Central European University
Although there was brief consideration of drafting women nurses during WWII, women have never been required to register with the Selective Service System, and have never been drafted. However, women have been actively recruited into the All Volunteer Force (AVF) since the mid-1970s.
Commitment to maintaining a male-only draft system was reaffirmed in 1981 when the Supreme Court determined that women cannot register with Selective Service. President Jimmy Carter had requested in 1980 to renew draft registration, and to incorporate women’s registration. This prompted Congress to hold hearings on women’s registration, at the end of which Congress determined that, “a male-only system best serves our national security.” Many members of Congress were disturbed by the effect women’s registration could have upon the American family. However, the final formal argument against women’s registration was that since women were barred from combat positions, registering women would place an unreasonable administrative burden on the military, and would decrease military flexibility.
In response to the renewal of a male-only registration, three male plaintiffs filed suit in Pennsylvania, claiming that all-male draft registration was unconstitutional on the grounds of sex discrimination. They had at their disposal a new legal architecture to make their case. Just a few years earlier, the judicial doctrine of intermediate scrutiny was fully articulated, which views sex discrimination as a violation of the Fifth and Fourteenth Amendments. Since then, a gender-based distinction within state and federal law can pass intermediate scrutiny if it, 1) serves important governmental objectives, and 2) is substantially related to achievement of those objectives.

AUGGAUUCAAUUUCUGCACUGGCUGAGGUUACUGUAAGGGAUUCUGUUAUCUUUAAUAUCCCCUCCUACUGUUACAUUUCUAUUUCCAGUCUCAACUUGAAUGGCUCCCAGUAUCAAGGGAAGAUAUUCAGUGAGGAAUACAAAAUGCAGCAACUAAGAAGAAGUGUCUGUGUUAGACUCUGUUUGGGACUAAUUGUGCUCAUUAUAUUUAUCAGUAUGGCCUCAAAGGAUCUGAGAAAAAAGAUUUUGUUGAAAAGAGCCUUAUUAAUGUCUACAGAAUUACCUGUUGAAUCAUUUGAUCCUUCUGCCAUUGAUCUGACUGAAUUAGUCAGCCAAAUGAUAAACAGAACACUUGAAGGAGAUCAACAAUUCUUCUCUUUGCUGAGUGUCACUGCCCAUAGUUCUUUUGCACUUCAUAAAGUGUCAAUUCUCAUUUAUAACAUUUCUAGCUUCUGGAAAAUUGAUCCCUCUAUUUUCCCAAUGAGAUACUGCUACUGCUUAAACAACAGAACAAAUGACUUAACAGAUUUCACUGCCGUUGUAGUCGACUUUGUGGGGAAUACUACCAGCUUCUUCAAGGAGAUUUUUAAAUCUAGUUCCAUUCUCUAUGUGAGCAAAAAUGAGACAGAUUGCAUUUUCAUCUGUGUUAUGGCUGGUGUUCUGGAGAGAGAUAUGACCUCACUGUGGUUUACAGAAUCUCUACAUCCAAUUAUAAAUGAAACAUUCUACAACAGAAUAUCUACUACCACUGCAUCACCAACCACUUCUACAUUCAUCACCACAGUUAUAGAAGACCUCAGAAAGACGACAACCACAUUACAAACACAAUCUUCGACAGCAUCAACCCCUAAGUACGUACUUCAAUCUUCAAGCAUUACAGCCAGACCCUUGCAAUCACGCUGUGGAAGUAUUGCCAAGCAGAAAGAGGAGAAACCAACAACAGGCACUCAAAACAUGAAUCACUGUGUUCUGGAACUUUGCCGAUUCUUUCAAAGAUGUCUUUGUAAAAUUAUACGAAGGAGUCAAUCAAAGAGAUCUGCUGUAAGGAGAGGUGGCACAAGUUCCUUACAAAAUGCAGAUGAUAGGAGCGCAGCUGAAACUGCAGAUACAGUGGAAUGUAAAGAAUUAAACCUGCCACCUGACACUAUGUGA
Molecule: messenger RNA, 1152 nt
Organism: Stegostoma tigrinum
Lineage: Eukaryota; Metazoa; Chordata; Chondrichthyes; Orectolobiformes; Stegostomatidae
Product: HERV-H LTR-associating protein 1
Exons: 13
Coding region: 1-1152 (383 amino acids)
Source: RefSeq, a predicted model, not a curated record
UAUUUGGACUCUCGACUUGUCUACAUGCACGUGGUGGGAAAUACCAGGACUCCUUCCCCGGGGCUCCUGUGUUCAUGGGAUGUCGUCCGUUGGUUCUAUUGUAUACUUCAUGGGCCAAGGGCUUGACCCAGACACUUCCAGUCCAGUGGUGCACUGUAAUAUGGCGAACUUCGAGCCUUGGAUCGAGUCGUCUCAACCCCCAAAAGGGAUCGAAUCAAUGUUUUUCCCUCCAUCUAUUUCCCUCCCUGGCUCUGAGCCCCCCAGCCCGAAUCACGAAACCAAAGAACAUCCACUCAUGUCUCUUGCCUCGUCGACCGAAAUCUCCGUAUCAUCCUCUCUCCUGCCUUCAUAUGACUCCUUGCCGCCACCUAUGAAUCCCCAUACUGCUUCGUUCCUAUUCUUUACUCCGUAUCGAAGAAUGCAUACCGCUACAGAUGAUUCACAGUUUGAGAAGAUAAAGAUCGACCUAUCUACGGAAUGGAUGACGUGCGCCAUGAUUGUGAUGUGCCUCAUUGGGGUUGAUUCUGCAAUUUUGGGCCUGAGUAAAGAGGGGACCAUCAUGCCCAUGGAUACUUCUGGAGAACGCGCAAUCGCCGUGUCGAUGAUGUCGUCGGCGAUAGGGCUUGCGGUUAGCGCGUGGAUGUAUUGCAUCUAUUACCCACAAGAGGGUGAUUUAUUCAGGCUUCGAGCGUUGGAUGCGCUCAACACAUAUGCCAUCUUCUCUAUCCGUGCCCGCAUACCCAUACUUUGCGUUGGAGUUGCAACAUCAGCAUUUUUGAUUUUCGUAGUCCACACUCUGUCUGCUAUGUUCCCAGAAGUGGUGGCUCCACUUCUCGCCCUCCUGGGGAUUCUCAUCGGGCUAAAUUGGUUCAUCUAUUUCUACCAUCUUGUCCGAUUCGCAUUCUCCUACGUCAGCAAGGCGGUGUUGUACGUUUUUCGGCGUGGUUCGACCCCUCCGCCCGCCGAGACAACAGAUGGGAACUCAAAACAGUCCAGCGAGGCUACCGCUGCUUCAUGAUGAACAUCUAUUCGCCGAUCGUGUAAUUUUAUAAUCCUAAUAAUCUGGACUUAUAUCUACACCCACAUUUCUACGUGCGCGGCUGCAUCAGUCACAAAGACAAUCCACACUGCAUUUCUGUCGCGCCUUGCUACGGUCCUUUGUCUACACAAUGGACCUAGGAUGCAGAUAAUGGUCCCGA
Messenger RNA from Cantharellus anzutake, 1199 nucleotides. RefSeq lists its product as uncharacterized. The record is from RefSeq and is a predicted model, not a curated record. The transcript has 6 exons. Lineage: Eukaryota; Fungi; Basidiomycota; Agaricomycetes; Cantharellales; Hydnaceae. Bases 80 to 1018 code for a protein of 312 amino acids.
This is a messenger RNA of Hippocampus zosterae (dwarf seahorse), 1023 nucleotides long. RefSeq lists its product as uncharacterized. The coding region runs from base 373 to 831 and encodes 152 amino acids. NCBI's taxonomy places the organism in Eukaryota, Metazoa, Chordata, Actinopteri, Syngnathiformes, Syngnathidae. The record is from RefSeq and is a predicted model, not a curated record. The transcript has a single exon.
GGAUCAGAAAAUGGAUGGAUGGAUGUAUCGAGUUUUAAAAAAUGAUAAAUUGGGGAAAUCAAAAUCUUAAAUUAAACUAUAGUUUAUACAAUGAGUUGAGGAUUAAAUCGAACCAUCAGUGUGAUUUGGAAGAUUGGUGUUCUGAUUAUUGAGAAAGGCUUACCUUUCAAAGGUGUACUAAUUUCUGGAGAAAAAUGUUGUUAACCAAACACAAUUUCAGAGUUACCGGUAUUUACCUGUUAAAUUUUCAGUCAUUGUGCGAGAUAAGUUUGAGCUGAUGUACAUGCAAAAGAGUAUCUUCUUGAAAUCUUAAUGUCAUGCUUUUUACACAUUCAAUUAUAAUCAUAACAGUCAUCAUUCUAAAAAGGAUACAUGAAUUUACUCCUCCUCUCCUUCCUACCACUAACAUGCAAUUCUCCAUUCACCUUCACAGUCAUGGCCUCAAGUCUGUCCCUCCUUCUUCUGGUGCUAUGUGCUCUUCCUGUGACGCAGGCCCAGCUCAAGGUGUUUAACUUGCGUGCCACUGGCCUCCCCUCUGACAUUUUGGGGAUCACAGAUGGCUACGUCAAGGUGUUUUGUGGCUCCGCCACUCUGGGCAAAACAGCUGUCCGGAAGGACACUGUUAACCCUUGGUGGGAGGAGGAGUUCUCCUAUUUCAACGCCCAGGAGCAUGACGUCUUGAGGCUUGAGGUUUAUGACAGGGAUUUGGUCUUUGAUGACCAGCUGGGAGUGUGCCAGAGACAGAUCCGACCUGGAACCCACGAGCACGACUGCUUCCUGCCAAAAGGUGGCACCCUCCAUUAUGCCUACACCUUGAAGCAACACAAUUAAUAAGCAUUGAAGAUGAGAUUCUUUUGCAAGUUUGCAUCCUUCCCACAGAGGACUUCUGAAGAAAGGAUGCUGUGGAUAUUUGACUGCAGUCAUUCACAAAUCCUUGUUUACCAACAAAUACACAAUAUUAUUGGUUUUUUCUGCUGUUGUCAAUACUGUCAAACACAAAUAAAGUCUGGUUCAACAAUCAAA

The Eastern District Court of Pennsylvania concurred with the three male plaintiffs that women’s draft registration in fact increased military flexibility and therefore could not pass intermediate scrutiny. Just days before the new draft registration was set to start, the District Court ruled that male-only registration was unconstitutional.
The Selective Service System’s Director, Bernard Rostker, quickly appealed the District Court’s decision so that male-only registration could proceed, and the Supreme Court reviewed the case in Rostker v. Goldberg in March 1981. Persuaded that male-only registration passed intermediate scrutiny, the Supreme Court overturned the District Court’s decision in June 1981. The Supreme Court accepted that the primary purpose of draft registration was to draft soldiers for combat service. Given that women were barred from combat service, and given that Congress had determined that the prime purpose of registration was furnishing combat soldiers, the Court deferred to Congress and accepted that women’s registration would be “positively detrimental to the important goal of military flexibility.” Male-only registration therefore passed the test of intermediate scrutiny.
The legal grounds for male-only registration have rested until now on women’s combat exclusions. Now that those exclusions have been eliminated as of December 2015, constitutional, and policy-related, concerns are being raised regarding persistence of male-only registration and whether it can continue to pass intermediate scrutiny. The question remains, would women’s integration into the Selective Service System be a welcome development?
Dorit Geva is Associate Professor in the Department of Sociology and Social Anthropology, Central European University. She has written comparatively about the United States draft system in her book, Conscription, Family, and the Modern State: A Comparative Study of France and the United States (Cambridge University Press, 2013), and in several journal articles, a list of which can be found here. She can be reached at firstname.lastname@example.org, and her Twitter handle is @socioeurope